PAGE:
Investigating my motives

With a lot of activities are restarting, it’s tempting to feel we’re missing out if we don’t join in. Coronavirus aside, I’m finding it so helpful to take my time when making decisions and to keep asking what I’m really feeling and why. Am I still buying into a capitalist schooled idea of what education looks like, or even what childhood looks like, that it should always be busy? In the past, I’ve booked things in to counteract an anxiety that I wasn’t offering enough. The thing with that kind of thinking is that it’s difficult to decide what is enough. It’s the cascade that often start with me saying I’m going guard our free time and wind up feeling frazzled mid-October because we’ve overcommitted. I felt it surface again this term because we’ve had such a long time of no organised, paid-for, in-person activities. And I’ve had to remind myself that there’s been a lot of good in that.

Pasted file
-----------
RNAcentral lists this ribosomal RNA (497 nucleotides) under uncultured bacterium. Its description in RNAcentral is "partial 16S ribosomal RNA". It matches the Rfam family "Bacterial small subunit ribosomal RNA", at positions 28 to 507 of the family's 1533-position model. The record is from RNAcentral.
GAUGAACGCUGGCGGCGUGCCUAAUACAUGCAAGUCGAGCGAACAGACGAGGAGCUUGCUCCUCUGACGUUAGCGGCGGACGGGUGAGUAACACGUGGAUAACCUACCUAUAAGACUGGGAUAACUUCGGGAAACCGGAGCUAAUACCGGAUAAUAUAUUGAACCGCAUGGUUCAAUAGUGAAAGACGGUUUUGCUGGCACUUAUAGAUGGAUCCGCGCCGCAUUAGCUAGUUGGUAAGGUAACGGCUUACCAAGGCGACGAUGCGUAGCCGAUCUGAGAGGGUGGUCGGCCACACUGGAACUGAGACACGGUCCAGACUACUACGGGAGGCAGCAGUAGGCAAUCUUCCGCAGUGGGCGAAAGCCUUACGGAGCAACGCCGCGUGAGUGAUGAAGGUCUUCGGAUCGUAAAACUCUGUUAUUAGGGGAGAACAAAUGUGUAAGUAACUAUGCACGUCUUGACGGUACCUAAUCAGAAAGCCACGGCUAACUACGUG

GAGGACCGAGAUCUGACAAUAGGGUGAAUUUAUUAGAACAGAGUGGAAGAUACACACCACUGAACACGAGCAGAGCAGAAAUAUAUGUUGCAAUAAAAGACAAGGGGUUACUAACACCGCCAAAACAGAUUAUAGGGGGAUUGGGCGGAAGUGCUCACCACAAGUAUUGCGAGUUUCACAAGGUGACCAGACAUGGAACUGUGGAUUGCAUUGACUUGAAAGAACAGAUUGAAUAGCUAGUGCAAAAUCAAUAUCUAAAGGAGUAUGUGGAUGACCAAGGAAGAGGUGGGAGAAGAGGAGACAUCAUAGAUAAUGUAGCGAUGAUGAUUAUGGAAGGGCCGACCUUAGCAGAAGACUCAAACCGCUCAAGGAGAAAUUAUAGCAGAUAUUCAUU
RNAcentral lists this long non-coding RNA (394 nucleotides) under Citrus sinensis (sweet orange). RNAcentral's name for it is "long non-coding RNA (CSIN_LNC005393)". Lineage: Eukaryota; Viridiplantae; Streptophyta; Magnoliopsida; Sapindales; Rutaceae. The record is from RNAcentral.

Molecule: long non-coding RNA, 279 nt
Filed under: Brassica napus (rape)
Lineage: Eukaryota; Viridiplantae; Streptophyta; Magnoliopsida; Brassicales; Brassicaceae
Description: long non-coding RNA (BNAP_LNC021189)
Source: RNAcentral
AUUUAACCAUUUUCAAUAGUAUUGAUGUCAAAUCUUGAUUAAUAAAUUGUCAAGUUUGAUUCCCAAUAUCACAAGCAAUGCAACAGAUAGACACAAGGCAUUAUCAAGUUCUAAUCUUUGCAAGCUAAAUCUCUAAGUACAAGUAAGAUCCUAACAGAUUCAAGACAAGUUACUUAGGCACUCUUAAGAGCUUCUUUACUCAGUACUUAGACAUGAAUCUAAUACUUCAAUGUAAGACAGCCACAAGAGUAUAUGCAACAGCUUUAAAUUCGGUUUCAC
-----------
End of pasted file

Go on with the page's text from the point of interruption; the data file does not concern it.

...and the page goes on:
Resetting intentions

In all of these little acts of love – curating the space, protecting our time – I am resetting intentions that I will keep coming back to. Trust is a big one. So much of the discomfort that would usually throw me into making plans, filling our weeks and our shelves came from a lack of trust (which puts a lot of strain on everything from patience to finances). I am continually working to rebuild trust in myself – to know that I can make good decisions. And I’m learning to trust my children, recognising that I need to keep dismantling the lie that children can’t be trusted. Distrust isn’t purely accidental. It is the product of much larger power structures that shape the decisions we all make. Coming back to ourselves and allowing children to be themselves is an important part of saying that we’re not going to keep holding those patterns in place.